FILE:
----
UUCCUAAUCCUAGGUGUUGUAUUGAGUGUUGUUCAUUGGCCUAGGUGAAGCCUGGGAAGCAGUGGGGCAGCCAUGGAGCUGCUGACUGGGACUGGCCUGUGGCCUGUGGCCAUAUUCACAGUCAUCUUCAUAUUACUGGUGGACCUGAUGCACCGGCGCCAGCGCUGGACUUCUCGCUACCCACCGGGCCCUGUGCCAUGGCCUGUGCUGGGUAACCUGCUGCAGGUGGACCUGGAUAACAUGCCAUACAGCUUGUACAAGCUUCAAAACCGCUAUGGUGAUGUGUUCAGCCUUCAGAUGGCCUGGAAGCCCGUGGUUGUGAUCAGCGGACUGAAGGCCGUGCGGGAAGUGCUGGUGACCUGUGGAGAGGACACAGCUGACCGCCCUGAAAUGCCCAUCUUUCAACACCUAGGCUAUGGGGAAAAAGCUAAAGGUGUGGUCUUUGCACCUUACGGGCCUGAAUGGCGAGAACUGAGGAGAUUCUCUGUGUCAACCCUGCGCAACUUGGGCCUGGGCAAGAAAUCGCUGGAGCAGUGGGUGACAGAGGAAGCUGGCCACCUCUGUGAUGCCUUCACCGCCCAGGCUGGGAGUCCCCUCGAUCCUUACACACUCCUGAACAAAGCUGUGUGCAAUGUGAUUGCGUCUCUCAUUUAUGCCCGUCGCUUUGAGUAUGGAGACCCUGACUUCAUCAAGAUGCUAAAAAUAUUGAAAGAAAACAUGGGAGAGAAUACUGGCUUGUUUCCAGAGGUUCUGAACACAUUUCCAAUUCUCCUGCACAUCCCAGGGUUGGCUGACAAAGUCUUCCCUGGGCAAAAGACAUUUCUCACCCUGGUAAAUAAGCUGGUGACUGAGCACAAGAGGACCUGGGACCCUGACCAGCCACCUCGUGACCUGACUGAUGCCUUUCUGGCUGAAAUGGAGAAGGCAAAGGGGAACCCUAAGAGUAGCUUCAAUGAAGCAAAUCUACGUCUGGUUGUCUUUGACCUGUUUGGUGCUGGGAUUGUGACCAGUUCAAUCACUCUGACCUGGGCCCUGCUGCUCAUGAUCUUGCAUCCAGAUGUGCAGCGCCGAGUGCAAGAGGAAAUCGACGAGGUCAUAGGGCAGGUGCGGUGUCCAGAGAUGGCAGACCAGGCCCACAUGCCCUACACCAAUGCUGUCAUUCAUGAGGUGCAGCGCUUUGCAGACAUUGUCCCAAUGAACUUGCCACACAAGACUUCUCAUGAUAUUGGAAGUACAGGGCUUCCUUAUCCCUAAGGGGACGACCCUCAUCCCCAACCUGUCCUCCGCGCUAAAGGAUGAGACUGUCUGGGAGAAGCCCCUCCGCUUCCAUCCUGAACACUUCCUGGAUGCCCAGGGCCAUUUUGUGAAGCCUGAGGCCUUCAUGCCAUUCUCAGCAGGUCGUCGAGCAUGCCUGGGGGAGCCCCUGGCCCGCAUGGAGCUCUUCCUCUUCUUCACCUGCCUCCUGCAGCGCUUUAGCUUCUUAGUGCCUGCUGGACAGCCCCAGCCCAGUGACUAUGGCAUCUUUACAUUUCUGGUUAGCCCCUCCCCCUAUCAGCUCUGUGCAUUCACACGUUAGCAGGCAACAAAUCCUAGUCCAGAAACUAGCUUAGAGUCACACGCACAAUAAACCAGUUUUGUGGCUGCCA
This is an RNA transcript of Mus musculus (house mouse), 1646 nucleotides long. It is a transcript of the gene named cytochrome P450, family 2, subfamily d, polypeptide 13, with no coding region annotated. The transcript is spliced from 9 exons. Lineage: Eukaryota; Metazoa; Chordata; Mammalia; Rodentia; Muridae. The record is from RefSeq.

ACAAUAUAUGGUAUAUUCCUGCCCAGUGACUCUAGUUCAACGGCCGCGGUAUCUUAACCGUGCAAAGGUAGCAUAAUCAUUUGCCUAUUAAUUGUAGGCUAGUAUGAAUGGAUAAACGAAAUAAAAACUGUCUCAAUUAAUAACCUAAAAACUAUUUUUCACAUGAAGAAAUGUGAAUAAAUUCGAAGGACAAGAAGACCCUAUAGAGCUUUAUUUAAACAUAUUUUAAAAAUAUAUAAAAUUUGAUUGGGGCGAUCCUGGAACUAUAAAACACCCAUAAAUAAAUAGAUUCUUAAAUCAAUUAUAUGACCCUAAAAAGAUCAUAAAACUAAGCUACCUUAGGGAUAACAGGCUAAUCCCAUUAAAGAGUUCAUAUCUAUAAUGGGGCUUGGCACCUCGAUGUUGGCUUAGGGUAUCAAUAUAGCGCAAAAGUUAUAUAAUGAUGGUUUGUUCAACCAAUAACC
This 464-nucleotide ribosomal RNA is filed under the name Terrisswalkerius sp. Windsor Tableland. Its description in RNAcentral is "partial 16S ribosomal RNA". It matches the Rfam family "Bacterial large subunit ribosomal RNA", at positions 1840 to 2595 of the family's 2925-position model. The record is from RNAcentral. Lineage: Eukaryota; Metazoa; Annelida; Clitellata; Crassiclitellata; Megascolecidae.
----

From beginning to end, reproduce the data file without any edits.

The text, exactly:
UUCCUAAUCCUAGGUGUUGUAUUGAGUGUUGUUCAUUGGCCUAGGUGAAGCCUGGGAAGCAGUGGGGCAGCCAUGGAGCUGCUGACUGGGACUGGCCUGUGGCCUGUGGCCAUAUUCACAGUCAUCUUCAUAUUACUGGUGGACCUGAUGCACCGGCGCCAGCGCUGGACUUCUCGCUACCCACCGGGCCCUGUGCCAUGGCCUGUGCUGGGUAACCUGCUGCAGGUGGACCUGGAUAACAUGCCAUACAGCUUGUACAAGCUUCAAAACCGCUAUGGUGAUGUGUUCAGCCUUCAGAUGGCCUGGAAGCCCGUGGUUGUGAUCAGCGGACUGAAGGCCGUGCGGGAAGUGCUGGUGACCUGUGGAGAGGACACAGCUGACCGCCCUGAAAUGCCCAUCUUUCAACACCUAGGCUAUGGGGAAAAAGCUAAAGGUGUGGUCUUUGCACCUUACGGGCCUGAAUGGCGAGAACUGAGGAGAUUCUCUGUGUCAACCCUGCGCAACUUGGGCCUGGGCAAGAAAUCGCUGGAGCAGUGGGUGACAGAGGAAGCUGGCCACCUCUGUGAUGCCUUCACCGCCCAGGCUGGGAGUCCCCUCGAUCCUUACACACUCCUGAACAAAGCUGUGUGCAAUGUGAUUGCGUCUCUCAUUUAUGCCCGUCGCUUUGAGUAUGGAGACCCUGACUUCAUCAAGAUGCUAAAAAUAUUGAAAGAAAACAUGGGAGAGAAUACUGGCUUGUUUCCAGAGGUUCUGAACACAUUUCCAAUUCUCCUGCACAUCCCAGGGUUGGCUGACAAAGUCUUCCCUGGGCAAAAGACAUUUCUCACCCUGGUAAAUAAGCUGGUGACUGAGCACAAGAGGACCUGGGACCCUGACCAGCCACCUCGUGACCUGACUGAUGCCUUUCUGGCUGAAAUGGAGAAGGCAAAGGGGAACCCUAAGAGUAGCUUCAAUGAAGCAAAUCUACGUCUGGUUGUCUUUGACCUGUUUGGUGCUGGGAUUGUGACCAGUUCAAUCACUCUGACCUGGGCCCUGCUGCUCAUGAUCUUGCAUCCAGAUGUGCAGCGCCGAGUGCAAGAGGAAAUCGACGAGGUCAUAGGGCAGGUGCGGUGUCCAGAGAUGGCAGACCAGGCCCACAUGCCCUACACCAAUGCUGUCAUUCAUGAGGUGCAGCGCUUUGCAGACAUUGUCCCAAUGAACUUGCCACACAAGACUUCUCAUGAUAUUGGAAGUACAGGGCUUCCUUAUCCCUAAGGGGACGACCCUCAUCCCCAACCUGUCCUCCGCGCUAAAGGAUGAGACUGUCUGGGAGAAGCCCCUCCGCUUCCAUCCUGAACACUUCCUGGAUGCCCAGGGCCAUUUUGUGAAGCCUGAGGCCUUCAUGCCAUUCUCAGCAGGUCGUCGAGCAUGCCUGGGGGAGCCCCUGGCCCGCAUGGAGCUCUUCCUCUUCUUCACCUGCCUCCUGCAGCGCUUUAGCUUCUUAGUGCCUGCUGGACAGCCCCAGCCCAGUGACUAUGGCAUCUUUACAUUUCUGGUUAGCCCCUCCCCCUAUCAGCUCUGUGCAUUCACACGUUAGCAGGCAACAAAUCCUAGUCCAGAAACUAGCUUAGAGUCACACGCACAAUAAACCAGUUUUGUGGCUGCCA
This is an RNA transcript of Mus musculus (house mouse), 1646 nucleotides long. It is a transcript of the gene named cytochrome P450, family 2, subfamily d, polypeptide 13, with no coding region annotated. The transcript is spliced from 9 exons. Lineage: Eukaryota; Metazoa; Chordata; Mammalia; Rodentia; Muridae. The record is from RefSeq.

ACAAUAUAUGGUAUAUUCCUGCCCAGUGACUCUAGUUCAACGGCCGCGGUAUCUUAACCGUGCAAAGGUAGCAUAAUCAUUUGCCUAUUAAUUGUAGGCUAGUAUGAAUGGAUAAACGAAAUAAAAACUGUCUCAAUUAAUAACCUAAAAACUAUUUUUCACAUGAAGAAAUGUGAAUAAAUUCGAAGGACAAGAAGACCCUAUAGAGCUUUAUUUAAACAUAUUUUAAAAAUAUAUAAAAUUUGAUUGGGGCGAUCCUGGAACUAUAAAACACCCAUAAAUAAAUAGAUUCUUAAAUCAAUUAUAUGACCCUAAAAAGAUCAUAAAACUAAGCUACCUUAGGGAUAACAGGCUAAUCCCAUUAAAGAGUUCAUAUCUAUAAUGGGGCUUGGCACCUCGAUGUUGGCUUAGGGUAUCAAUAUAGCGCAAAAGUUAUAUAAUGAUGGUUUGUUCAACCAAUAACC
This 464-nucleotide ribosomal RNA is filed under the name Terrisswalkerius sp. Windsor Tableland. Its description in RNAcentral is "partial 16S ribosomal RNA". It matches the Rfam family "Bacterial large subunit ribosomal RNA", at positions 1840 to 2595 of the family's 2925-position model. The record is from RNAcentral. Lineage: Eukaryota; Metazoa; Annelida; Clitellata; Crassiclitellata; Megascolecidae.